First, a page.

I switched to OpenCola[0]. It tastes pretty close, given that it's based on a reverse-engineered/prototype of the Coca-Cola recipe. I like knowing what goes into it. Plus I put about half the sugar into it that the recipe calls for.

There's a UK vendor that sells the concentrate of oils premade. I keep about a liter of the syrup (concentrate + water + sugar) in my fridge and add a tablespoon of so to 8oz of seltzer/mineral water when I want a soda:


[0] https://en.wikipedia.org/wiki/OpenCola_(drink)

There must be a market for less sweet sodas. I don't like excessively sweet food nor excessively sweet drinks, I like sweet stuff but not on the level must products are. It's really difficult (at least in my city) to find balanced stuff, most of the time I only have two options: regular soda or zero-sugar soda (even sweeter).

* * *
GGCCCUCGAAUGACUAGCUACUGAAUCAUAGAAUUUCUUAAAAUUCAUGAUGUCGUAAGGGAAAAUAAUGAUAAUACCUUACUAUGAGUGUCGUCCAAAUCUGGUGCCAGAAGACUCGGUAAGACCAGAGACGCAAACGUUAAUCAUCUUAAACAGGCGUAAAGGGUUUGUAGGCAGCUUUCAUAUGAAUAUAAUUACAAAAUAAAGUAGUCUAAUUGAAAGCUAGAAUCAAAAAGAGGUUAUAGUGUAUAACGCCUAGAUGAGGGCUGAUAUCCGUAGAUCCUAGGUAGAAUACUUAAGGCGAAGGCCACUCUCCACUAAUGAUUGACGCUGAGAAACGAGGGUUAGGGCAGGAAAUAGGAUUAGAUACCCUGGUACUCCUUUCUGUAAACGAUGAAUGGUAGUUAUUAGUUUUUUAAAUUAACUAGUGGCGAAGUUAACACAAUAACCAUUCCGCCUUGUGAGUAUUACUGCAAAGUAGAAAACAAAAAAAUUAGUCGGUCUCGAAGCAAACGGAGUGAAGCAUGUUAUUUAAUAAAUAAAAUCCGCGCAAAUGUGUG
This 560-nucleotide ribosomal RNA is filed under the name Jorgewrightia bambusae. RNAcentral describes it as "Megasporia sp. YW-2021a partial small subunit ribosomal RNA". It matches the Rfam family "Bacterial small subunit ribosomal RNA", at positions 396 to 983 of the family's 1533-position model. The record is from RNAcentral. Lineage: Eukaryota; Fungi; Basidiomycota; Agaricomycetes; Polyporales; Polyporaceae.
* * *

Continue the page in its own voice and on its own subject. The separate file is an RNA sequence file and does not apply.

You'd think that there'd be mote of a market for less sweet drinks, but it probably depends on where you live. I really like honest tea's peach tea, which has almost half the sugar of most bottled drinks, and I can't find it anymore in the stores near my house that used to stock it. I'm guessing the distributor just couldn't sell enough in my neighborhood and didn't want to pay for the shelf space anymore, since it disappeared from a bunch of disperate stores within a week or two.

I'd also really be curious about how the seattle soda tax is effecting honest tea in general. I was mildly annoyed by the tax since it claimed to be a sugar tax but charged by the oz rather than per gram of suger, and also didn't effect starbucks sugary drinks.